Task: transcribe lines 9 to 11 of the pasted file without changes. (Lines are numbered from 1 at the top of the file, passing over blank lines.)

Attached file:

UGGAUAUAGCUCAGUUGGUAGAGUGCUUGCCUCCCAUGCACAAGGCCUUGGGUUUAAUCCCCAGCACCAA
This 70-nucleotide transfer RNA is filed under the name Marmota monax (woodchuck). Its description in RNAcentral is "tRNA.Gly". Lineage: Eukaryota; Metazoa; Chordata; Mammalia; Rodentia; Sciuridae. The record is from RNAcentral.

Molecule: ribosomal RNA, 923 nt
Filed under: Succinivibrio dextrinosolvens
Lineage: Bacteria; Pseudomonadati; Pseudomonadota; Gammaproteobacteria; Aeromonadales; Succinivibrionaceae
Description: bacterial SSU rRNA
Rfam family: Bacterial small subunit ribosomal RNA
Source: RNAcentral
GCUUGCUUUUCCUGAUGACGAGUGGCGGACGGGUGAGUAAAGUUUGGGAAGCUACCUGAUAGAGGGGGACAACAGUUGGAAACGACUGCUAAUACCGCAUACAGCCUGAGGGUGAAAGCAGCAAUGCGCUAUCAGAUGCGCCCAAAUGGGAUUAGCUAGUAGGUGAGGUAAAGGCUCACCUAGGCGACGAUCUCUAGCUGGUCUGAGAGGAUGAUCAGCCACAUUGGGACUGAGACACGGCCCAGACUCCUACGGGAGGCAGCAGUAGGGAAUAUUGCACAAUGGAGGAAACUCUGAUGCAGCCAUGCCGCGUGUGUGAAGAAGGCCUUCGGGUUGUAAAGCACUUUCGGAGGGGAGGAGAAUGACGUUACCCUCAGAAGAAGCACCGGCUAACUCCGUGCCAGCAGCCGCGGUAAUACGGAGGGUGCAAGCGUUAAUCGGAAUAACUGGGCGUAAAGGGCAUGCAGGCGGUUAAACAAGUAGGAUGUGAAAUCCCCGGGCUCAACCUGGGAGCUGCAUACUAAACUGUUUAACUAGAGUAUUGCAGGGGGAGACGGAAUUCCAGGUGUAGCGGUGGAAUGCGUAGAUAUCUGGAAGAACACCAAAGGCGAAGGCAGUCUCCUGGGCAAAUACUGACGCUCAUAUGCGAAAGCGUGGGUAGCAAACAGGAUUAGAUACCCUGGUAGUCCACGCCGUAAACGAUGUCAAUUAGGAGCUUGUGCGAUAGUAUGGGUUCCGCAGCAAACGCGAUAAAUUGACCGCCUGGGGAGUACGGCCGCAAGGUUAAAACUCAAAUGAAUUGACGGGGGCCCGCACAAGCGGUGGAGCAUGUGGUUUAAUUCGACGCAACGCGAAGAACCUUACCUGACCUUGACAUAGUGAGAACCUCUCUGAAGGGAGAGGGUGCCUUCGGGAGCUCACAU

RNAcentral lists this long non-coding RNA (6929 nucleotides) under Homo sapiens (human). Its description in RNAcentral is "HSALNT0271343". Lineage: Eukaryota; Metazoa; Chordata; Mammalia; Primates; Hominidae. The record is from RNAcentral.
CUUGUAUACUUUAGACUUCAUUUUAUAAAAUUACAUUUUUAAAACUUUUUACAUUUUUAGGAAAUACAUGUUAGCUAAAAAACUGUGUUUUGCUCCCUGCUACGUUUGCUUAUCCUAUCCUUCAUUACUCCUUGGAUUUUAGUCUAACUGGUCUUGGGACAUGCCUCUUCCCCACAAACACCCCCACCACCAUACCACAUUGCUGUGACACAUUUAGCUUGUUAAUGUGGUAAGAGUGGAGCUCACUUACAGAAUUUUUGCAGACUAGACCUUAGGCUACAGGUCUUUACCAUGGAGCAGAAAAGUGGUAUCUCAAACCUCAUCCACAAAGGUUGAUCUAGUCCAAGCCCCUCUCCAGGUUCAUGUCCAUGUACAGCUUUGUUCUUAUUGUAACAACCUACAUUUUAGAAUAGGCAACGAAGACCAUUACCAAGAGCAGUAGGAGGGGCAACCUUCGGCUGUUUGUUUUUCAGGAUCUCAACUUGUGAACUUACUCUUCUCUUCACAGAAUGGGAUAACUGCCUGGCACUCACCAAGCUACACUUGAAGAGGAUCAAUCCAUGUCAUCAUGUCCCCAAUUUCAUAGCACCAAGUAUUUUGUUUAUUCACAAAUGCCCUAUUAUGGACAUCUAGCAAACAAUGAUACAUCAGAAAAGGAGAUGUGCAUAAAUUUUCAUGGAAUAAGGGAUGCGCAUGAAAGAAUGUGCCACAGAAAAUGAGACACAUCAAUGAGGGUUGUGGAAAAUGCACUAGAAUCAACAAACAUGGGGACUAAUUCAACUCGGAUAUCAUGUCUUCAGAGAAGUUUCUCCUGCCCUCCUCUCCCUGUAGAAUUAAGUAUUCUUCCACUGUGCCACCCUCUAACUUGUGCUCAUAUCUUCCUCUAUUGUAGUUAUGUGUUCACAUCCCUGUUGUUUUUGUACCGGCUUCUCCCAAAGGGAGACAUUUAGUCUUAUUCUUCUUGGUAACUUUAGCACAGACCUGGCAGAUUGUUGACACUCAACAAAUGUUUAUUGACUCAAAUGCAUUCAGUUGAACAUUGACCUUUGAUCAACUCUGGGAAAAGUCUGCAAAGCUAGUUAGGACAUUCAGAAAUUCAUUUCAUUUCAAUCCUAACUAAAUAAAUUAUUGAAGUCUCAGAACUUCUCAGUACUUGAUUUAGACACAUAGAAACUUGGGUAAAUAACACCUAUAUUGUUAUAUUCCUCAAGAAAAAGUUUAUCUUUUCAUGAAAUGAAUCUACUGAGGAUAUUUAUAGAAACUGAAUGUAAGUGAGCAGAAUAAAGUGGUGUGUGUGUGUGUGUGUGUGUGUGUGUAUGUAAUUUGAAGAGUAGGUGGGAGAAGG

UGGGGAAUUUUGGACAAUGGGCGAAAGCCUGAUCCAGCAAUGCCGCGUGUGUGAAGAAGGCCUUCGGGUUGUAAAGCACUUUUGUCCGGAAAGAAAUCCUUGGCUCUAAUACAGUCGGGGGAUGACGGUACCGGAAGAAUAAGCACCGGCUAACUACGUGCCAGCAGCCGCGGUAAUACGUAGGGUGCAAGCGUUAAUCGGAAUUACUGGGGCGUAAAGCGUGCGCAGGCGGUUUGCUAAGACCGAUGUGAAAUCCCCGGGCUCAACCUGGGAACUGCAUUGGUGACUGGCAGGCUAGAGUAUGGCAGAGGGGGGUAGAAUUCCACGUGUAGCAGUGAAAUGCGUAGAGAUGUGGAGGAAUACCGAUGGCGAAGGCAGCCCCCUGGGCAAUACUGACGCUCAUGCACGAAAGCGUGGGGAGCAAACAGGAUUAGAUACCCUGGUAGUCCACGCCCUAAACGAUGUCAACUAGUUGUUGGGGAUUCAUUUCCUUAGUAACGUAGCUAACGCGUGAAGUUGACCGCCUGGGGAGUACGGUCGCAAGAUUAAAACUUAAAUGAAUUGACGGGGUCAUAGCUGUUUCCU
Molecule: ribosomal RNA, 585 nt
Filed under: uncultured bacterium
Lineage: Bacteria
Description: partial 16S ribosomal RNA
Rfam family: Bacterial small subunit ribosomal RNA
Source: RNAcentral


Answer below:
GCUUGCUUUUCCUGAUGACGAGUGGCGGACGGGUGAGUAAAGUUUGGGAAGCUACCUGAUAGAGGGGGACAACAGUUGGAAACGACUGCUAAUACCGCAUACAGCCUGAGGGUGAAAGCAGCAAUGCGCUAUCAGAUGCGCCCAAAUGGGAUUAGCUAGUAGGUGAGGUAAAGGCUCACCUAGGCGACGAUCUCUAGCUGGUCUGAGAGGAUGAUCAGCCACAUUGGGACUGAGACACGGCCCAGACUCCUACGGGAGGCAGCAGUAGGGAAUAUUGCACAAUGGAGGAAACUCUGAUGCAGCCAUGCCGCGUGUGUGAAGAAGGCCUUCGGGUUGUAAAGCACUUUCGGAGGGGAGGAGAAUGACGUUACCCUCAGAAGAAGCACCGGCUAACUCCGUGCCAGCAGCCGCGGUAAUACGGAGGGUGCAAGCGUUAAUCGGAAUAACUGGGCGUAAAGGGCAUGCAGGCGGUUAAACAAGUAGGAUGUGAAAUCCCCGGGCUCAACCUGGGAGCUGCAUACUAAACUGUUUAACUAGAGUAUUGCAGGGGGAGACGGAAUUCCAGGUGUAGCGGUGGAAUGCGUAGAUAUCUGGAAGAACACCAAAGGCGAAGGCAGUCUCCUGGGCAAAUACUGACGCUCAUAUGCGAAAGCGUGGGUAGCAAACAGGAUUAGAUACCCUGGUAGUCCACGCCGUAAACGAUGUCAAUUAGGAGCUUGUGCGAUAGUAUGGGUUCCGCAGCAAACGCGAUAAAUUGACCGCCUGGGGAGUACGGCCGCAAGGUUAAAACUCAAAUGAAUUGACGGGGGCCCGCACAAGCGGUGGAGCAUGUGGUUUAAUUCGACGCAACGCGAAGAACCUUACCUGACCUUGACAUAGUGAGAACCUCUCUGAAGGGAGAGGGUGCCUUCGGGAGCUCACAU

RNAcentral lists this long non-coding RNA (6929 nucleotides) under Homo sapiens (human). Its description in RNAcentral is "HSALNT0271343". Lineage: Eukaryota; Metazoa; Chordata; Mammalia; Primates; Hominidae. The record is from RNAcentral.
CUUGUAUACUUUAGACUUCAUUUUAUAAAAUUACAUUUUUAAAACUUUUUACAUUUUUAGGAAAUACAUGUUAGCUAAAAAACUGUGUUUUGCUCCCUGCUACGUUUGCUUAUCCUAUCCUUCAUUACUCCUUGGAUUUUAGUCUAACUGGUCUUGGGACAUGCCUCUUCCCCACAAACACCCCCACCACCAUACCACAUUGCUGUGACACAUUUAGCUUGUUAAUGUGGUAAGAGUGGAGCUCACUUACAGAAUUUUUGCAGACUAGACCUUAGGCUACAGGUCUUUACCAUGGAGCAGAAAAGUGGUAUCUCAAACCUCAUCCACAAAGGUUGAUCUAGUCCAAGCCCCUCUCCAGGUUCAUGUCCAUGUACAGCUUUGUUCUUAUUGUAACAACCUACAUUUUAGAAUAGGCAACGAAGACCAUUACCAAGAGCAGUAGGAGGGGCAACCUUCGGCUGUUUGUUUUUCAGGAUCUCAACUUGUGAACUUACUCUUCUCUUCACAGAAUGGGAUAACUGCCUGGCACUCACCAAGCUACACUUGAAGAGGAUCAAUCCAUGUCAUCAUGUCCCCAAUUUCAUAGCACCAAGUAUUUUGUUUAUUCACAAAUGCCCUAUUAUGGACAUCUAGCAAACAAUGAUACAUCAGAAAAGGAGAUGUGCAUAAAUUUUCAUGGAAUAAGGGAUGCGCAUGAAAGAAUGUGCCACAGAAAAUGAGACACAUCAAUGAGGGUUGUGGAAAAUGCACUAGAAUCAACAAACAUGGGGACUAAUUCAACUCGGAUAUCAUGUCUUCAGAGAAGUUUCUCCUGCCCUCCUCUCCCUGUAGAAUUAAGUAUUCUUCCACUGUGCCACCCUCUAACUUGUGCUCAUAUCUUCCUCUAUUGUAGUUAUGUGUUCACAUCCCUGUUGUUUUUGUACCGGCUUCUCCCAAAGGGAGACAUUUAGUCUUAUUCUUCUUGGUAACUUUAGCACAGACCUGGCAGAUUGUUGACACUCAACAAAUGUUUAUUGACUCAAAUGCAUUCAGUUGAACAUUGACCUUUGAUCAACUCUGGGAAAAGUCUGCAAAGCUAGUUAGGACAUUCAGAAAUUCAUUUCAUUUCAAUCCUAACUAAAUAAAUUAUUGAAGUCUCAGAACUUCUCAGUACUUGAUUUAGACACAUAGAAACUUGGGUAAAUAACACCUAUAUUGUUAUAUUCCUCAAGAAAAAGUUUAUCUUUUCAUGAAAUGAAUCUACUGAGGAUAUUUAUAGAAACUGAAUGUAAGUGAGCAGAAUAAAGUGGUGUGUGUGUGUGUGUGUGUGUGUGUGUAUGUAAUUUGAAGAGUAGGUGGGAGAAGG